Sunday, 3 July 2016

Roderick Haig-Brown Award, 2016, Updated Aug 6, 2016 - DC Reid

I arrived back in Victoria last Sunday having spent as much time over the weekend in airports and airplanes as being in Ottawa receiving the above, national award. I was very pleased to receive it, as it came out of the blue for work I do simply to stand for wild Pacific salmon. 

Excuse me while I blush, but here is part of the write up about the award:

“D.C. Reid is one of Canada’s leading writers on sport fishing and fisheries policy. He has published articles in more than 50 newspapers, magazines and websites and is the author of 12 books, including novels, non-fiction and collections of poetry inspired by his outdoor experiences. Among them are titles such as Fishing for Dreams, a memoir of his angling experiences on the west coast of B.C., and Vancouver Island Fishing Guide, the go-to reference for sport fishers. Reid, who was born in Calgary and now lives in Victoria, has written extensively on ending the environmentally damaging practice of open-water fish farming.  For his leadership and dedication, D.C. Reid is being presented CWF’s Roderick Haig-Brown Award for the conservation and wise use of recreational fisheries in Canada.”

I should add that my poetry has been published in another 50 magazines around the world and translated into Hindi, Spanish and Chinese. My next fishing-related book is: A Man and His River, a memoir, that will, I hope, appear in 2017. Also, I am working toward a book on cutting-edge brain science and creativity. I have widely divergent, deep interests.

On the fish farm side, you may know my site,, on the damage caused by in-ocean fish farms around the world. It has become a mainstream place to find info and links to global problems, and I receive questions from around the world, Canada to Tasmania.

The site summarizes 20,000 pages of fish farm science and gives the reader links to follow up what I am saying. The bottom line is that fish farms need to be on land or go back to Norway where their own government is so fed up with their damage, it is giving out free licences to set up on land, a $9- to $12-million subsidy based on the in-ocean auction price for a licence.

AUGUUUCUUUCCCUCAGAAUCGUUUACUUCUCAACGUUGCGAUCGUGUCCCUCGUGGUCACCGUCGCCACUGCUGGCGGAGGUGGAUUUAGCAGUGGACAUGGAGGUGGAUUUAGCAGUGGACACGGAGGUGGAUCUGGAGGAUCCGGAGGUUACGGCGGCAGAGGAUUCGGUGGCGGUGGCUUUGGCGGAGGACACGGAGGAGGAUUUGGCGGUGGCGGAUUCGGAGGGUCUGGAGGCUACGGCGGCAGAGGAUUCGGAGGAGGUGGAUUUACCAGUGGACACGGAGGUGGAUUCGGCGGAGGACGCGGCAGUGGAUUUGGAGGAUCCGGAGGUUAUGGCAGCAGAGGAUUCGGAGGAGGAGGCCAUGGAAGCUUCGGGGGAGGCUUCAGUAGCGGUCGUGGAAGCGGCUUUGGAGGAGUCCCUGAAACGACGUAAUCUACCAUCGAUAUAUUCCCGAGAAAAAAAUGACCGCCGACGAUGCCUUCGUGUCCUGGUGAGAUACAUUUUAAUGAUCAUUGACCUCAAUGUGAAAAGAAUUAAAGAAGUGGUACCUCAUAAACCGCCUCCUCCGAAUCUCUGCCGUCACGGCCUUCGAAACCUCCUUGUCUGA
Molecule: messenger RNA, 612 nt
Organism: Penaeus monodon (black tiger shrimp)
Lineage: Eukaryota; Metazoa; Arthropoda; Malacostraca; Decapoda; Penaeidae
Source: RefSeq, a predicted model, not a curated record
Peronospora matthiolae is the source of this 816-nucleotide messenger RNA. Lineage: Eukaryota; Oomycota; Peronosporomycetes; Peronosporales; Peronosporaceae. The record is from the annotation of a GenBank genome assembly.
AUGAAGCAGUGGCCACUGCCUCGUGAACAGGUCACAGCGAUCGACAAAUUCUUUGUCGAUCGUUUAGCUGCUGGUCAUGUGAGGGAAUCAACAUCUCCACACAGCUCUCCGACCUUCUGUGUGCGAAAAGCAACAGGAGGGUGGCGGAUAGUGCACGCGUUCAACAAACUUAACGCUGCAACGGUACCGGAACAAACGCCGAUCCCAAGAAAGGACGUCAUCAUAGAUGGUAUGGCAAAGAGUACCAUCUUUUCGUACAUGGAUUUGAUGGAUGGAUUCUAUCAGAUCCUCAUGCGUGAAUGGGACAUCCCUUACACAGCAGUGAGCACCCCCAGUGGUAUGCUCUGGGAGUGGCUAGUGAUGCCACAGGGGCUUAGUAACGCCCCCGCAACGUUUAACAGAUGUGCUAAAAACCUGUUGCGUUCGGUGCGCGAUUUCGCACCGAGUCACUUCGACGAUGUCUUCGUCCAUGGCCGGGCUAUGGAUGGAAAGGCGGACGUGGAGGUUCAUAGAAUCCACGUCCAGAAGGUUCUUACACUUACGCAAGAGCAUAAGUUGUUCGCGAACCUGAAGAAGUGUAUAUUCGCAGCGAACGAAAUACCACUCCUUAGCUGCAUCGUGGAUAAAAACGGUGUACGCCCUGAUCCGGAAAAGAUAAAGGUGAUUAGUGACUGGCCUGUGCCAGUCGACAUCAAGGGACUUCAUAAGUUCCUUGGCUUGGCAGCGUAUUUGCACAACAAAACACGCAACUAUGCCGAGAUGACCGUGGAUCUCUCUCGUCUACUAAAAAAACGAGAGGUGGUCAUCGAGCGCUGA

By comparison, in BC, with a measly $5,000 per licence, our effective subsidy for fish farms to use our ocean as a free, open sewer is: $1.17- to $1.56-billion. In economics speak, releasing untreated sewage is an externality, for which the industry does not pay – we taxpayers pay for it. The most common example of an externality is that we all drive cars but we don’t pay for their pollution. It is absorbed by society.

Where I don’t find published figures for numbers, I figure them out. I had the great good fortune to have worked as an analyst in Treasury Board Staff, Ministry of Finance, where it was standard stuff to be presented with an issue that by the end of the day a 1-page briefing note needed to be written with the best stats deduced in the day, that had better be better than a room full of IBM Deep Blues. This gave me a method to analyse almost anything.

On sewage cost, I estimate, conservatively, that fish farms have released $10.4 billion worth into our ocean, an amount equal to the sewage of the entire human population of BC. I did a whole lot of work to get to what I think is a reliable figure.

I looked at sewage treatment in Victoria (ha, ha), in the CRD, Vancouver, GVRD, Calgary, Ottawa, Halifax, and fish farm sewage in Scotland, Chile and Norway; in the latter, it far exceeds the human population of 8 million. Then I read a number of riveting (not really) scientific papers on sewage treatment, for example the one from Nova Scotia is excellent. I also talked with the engineers of the Calgary, Bonnybrook Wastewater Plant that serves a million people.

Add to this: the number of operating fish farms in BC, average number of fish, fish/human sewage relationship, the cost of a municipal system and number of people served, and it is pretty straightforward to calculate the sewage cost that we taxpayers absorb – $10.4 Billion. This conservative figure could be three times as high at the high end, and is further made conservative because DFO has granted some more licences since I made the calculation (an additional $924 million sewage that we eat, er, pay for).

In Ottawa I had the great good fortune to talk with Elizabeth Day, Green Party leader, who also won an award, as well as Mel Arnold, PC fisheries critic, and connect with Fin Donnelly of the NDP, also a fisheries critic for his party. I will be helping them with stats, info and policy.

I came to the conclusion that in-ocean fish farms are not justifiable on environmental and economic grounds. For a Pacific Salmon Foundation editorial, I looked at the stats for fishing related revenue (commercial, processing, fishing in salt- and fresh-water – all species) and found that the estimate we normally use of $1 billion is actually low. 

When I recalculated it, it came to $2.52 billion, vastly more than the $469 million from fish farms. Here is how I figured it out: BC Stats goes on to say that the GPP figure for all of aquaculture is a small $61.9 million while the rest of the sector’s economic contribution is more than $600 million, i.e., ten times larger. See the BC Stats table:

Finally, Ken Ashley, Director of Rivers Institute, did an op-ed in the TC a week ago - June 2016. He pointed out that sewage is a revenue stream and needs to be kept and used, not thrown away. Much engineering work these days is in those applications. In addition, sewage that reaches the sea doesn’t disappear. Instead, it gets bio-accumulated up the food chain to apex predators like salmon and killer whales. We don’t want that. See:

Thank you to all the people who sent congrats. I am happy.

Next week: back to fishing.

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